Friend Peggy Cahill at Speak Up for Truth blogs about Family History. Peggy's motivations are similar to mine, including mention in my Patriarchal Blessing about the work to be done. Peggy's been at it longer, going back to the day when Ancestry.com was little more than a bulletin-board service available on 300 baud acoustic couplers and staffed entirely by the only two computer science majors at BYU. They thought they were perpetuating a terrific hoax - like Compuserve or commercial-free cable TV. Who knew?
Anyway, go read her post. While I don't have any family dirt I'd rather not dig up (we long ago disproved any link between our family and John Wilkes Booth. Really.), I did have a Dad who was more tight-lipped about his past than Woodward and Bernstein used to be about Deep Throat. It was as though describing his childhood would somehow degrade the aura of demi-Dad he used to carry. About all I knew of Dad's childhood was that his dad was a dentist in Idaho Falls who drank too much of his own anesthetic, that they raised foxes for fur, and that his mom was a crack shot with a .22 rifle. More than that was hard to get out of Dad. Dad was not the kind of man you sat down with and said, "Tell me about your childhood, Dad." That kind of question would bring on the dreaded Stare of Doom. The Stare of Doom was never directed at you, personally. It was always directed at the TV, because you were daring to interrupt whatever he was watching in order to ask such an incredibly offensive question in the first place. Then, after making the TV quake in it's electronic booties for several minutes, he might answer, "It was tough." End of conversation. That would have been a tad close for Dad's comfort.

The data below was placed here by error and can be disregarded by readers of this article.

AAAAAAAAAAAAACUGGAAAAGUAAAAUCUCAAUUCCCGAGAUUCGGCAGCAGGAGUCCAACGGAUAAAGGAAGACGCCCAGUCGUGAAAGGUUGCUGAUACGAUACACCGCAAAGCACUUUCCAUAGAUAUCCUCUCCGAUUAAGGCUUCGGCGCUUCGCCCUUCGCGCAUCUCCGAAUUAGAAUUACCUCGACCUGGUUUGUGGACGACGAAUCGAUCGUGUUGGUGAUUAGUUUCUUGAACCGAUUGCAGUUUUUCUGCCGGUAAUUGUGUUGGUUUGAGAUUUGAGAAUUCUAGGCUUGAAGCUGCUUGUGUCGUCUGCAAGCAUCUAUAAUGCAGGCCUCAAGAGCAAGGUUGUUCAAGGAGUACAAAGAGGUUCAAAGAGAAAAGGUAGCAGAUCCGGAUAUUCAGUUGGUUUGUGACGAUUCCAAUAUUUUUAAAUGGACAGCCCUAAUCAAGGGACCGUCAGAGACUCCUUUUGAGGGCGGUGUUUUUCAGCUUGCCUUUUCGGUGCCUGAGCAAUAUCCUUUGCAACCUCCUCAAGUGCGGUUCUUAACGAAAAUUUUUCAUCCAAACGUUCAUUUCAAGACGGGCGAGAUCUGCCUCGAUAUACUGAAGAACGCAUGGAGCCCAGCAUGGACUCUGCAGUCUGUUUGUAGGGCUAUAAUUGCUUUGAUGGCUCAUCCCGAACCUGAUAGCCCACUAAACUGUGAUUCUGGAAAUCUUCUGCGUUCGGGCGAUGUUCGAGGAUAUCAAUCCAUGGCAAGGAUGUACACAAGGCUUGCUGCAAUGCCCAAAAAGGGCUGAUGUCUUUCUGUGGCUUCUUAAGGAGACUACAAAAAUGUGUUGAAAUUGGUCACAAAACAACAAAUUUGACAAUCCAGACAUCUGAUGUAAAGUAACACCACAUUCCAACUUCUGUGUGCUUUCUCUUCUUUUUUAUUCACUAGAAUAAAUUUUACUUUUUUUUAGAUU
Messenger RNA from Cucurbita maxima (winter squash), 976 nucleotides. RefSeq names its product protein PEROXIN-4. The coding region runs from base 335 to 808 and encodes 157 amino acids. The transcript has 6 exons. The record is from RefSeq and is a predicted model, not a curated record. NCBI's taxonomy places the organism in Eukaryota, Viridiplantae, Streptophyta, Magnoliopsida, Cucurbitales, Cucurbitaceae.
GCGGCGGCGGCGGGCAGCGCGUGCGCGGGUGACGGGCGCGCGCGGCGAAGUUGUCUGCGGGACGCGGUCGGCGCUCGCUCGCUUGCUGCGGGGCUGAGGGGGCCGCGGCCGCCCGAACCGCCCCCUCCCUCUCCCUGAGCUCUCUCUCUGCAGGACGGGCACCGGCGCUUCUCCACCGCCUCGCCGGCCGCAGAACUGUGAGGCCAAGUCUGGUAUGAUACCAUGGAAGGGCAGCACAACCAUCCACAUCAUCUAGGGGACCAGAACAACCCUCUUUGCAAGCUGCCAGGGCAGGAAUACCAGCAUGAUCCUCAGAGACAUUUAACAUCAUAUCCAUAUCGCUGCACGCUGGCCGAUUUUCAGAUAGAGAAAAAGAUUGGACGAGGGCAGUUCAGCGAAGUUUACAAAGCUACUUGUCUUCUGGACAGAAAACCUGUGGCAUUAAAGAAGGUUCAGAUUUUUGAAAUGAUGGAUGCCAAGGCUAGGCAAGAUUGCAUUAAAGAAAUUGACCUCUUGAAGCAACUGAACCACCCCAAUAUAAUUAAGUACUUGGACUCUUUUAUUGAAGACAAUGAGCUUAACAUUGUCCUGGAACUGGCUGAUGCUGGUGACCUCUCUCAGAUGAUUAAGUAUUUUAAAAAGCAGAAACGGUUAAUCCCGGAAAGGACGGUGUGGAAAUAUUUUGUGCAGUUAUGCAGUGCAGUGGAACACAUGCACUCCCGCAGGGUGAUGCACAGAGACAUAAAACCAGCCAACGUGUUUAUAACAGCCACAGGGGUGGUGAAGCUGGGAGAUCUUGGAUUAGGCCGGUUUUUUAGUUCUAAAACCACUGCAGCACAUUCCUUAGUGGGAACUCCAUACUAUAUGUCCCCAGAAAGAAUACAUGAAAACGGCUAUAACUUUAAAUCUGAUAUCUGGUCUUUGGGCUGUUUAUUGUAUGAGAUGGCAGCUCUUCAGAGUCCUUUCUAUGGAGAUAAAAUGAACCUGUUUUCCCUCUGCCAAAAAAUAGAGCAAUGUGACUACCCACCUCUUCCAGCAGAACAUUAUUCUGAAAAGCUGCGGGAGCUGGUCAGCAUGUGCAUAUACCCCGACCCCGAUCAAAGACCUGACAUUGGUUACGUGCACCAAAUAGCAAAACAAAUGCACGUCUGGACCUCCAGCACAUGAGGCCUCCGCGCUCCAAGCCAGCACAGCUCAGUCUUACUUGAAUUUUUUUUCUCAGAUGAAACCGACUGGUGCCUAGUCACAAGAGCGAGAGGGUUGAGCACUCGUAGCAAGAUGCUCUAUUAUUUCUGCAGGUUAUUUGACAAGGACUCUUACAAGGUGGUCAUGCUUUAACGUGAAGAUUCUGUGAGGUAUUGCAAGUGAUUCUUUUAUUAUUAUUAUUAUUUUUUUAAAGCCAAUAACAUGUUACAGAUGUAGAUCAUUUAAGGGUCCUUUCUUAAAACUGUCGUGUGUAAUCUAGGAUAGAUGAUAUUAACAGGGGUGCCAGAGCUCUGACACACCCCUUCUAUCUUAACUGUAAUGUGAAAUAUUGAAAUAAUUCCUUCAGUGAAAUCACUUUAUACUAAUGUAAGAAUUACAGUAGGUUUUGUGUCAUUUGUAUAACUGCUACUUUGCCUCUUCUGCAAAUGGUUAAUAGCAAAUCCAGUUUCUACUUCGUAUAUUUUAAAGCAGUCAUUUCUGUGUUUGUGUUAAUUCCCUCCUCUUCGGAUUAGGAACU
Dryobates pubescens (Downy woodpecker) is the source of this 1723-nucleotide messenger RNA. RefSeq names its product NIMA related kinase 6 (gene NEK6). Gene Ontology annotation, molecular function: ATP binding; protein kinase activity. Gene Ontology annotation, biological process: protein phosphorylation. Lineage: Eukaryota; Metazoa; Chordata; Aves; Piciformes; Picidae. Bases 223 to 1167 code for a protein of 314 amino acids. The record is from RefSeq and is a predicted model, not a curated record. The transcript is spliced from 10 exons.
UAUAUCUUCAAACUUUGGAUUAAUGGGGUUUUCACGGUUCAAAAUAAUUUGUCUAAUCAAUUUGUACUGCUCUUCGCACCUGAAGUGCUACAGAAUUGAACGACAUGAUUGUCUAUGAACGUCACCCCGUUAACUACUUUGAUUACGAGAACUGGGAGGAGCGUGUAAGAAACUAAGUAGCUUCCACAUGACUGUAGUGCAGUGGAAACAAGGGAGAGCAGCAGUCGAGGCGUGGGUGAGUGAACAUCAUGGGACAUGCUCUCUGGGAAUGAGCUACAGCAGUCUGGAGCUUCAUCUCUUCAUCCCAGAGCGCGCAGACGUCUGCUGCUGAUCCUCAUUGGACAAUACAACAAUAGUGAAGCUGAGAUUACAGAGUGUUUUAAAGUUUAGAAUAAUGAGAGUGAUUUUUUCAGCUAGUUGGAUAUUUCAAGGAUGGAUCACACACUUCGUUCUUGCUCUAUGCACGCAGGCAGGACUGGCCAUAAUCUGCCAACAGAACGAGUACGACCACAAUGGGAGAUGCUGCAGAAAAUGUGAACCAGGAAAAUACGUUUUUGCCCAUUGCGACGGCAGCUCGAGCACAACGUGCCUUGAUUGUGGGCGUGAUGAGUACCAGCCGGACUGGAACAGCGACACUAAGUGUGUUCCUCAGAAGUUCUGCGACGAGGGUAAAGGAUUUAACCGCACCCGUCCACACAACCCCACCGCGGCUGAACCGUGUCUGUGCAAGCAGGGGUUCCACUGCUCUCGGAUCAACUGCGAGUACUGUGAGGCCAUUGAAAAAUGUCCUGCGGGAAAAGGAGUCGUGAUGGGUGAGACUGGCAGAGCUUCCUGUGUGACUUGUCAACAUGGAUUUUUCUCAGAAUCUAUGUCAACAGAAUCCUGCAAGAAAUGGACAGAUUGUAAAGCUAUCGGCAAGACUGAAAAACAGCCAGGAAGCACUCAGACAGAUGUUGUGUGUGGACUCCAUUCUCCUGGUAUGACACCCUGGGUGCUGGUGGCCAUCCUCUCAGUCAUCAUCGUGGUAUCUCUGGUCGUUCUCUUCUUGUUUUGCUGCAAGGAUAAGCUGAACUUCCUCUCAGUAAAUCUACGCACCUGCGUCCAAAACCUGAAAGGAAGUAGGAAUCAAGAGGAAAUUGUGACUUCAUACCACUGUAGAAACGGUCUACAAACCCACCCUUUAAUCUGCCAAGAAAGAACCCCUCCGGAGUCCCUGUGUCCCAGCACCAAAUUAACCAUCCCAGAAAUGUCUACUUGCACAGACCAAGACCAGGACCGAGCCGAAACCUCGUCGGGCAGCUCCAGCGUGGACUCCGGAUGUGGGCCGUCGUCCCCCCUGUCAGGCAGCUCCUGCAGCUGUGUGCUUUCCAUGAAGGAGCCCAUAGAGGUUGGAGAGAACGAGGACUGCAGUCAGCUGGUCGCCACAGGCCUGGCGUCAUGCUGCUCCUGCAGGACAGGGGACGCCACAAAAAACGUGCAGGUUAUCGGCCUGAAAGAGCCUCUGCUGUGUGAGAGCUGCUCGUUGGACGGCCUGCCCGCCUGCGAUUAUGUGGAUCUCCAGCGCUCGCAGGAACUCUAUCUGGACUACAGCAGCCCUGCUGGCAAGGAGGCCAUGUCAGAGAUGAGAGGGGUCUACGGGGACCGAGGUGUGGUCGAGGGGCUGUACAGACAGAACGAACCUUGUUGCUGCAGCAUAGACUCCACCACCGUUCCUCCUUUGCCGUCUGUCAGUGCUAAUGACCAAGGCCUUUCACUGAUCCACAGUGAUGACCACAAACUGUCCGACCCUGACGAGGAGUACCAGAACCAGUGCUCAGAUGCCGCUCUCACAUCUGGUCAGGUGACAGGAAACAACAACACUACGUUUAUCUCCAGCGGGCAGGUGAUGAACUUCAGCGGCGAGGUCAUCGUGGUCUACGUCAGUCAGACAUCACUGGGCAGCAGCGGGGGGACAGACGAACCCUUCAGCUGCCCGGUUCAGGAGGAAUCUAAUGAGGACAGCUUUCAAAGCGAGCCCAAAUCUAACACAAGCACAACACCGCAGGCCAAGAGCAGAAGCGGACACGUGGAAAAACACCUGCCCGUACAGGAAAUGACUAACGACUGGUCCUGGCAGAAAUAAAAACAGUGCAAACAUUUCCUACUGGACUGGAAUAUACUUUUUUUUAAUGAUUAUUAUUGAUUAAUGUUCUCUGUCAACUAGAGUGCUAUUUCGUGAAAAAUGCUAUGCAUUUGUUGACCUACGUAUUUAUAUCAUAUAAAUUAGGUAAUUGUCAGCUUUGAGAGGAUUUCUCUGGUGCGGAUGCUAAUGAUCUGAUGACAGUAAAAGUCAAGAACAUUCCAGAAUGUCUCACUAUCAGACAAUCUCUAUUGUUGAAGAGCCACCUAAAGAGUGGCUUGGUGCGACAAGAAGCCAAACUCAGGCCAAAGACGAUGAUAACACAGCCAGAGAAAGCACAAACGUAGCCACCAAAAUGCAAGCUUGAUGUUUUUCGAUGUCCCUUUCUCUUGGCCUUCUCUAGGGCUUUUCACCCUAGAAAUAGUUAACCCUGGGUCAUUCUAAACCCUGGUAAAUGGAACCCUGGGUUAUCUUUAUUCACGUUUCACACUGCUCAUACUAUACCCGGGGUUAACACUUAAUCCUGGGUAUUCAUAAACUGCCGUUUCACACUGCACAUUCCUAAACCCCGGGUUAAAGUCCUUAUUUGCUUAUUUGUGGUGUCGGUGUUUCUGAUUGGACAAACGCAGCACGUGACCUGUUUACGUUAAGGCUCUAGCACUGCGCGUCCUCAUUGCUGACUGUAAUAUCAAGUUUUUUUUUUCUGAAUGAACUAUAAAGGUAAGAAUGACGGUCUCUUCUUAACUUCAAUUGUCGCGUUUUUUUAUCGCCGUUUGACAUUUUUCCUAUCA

Eventually, we discovered that it wasn't so much that his life was all that bad; Dad really didn't know how to describe it in terms we could identify with. Life in a relatively small frontier town with an alcoholic father could not have been a picnic. When his mom moved him out to Los Angeles in the mid-30's, the culture shock must have been huge. Thus, to accomplish what Dad accomplished is nothing short of miraculous, and his legacy has been taken up now by a group of very interesting offspring.
My vision of Dad in heaven nowadays consists mostly of Dad tapping old dead ancestors on the shoulder and saying, "Go talk to my son. He needs something to do."
Gee, thanks, Dad. Now make 'em stop. They're starting to affect my sleep.
UPDATE: Is it just my over-wrought imagination, or is Peggy writing with a North Carolinian accent? Just askin'...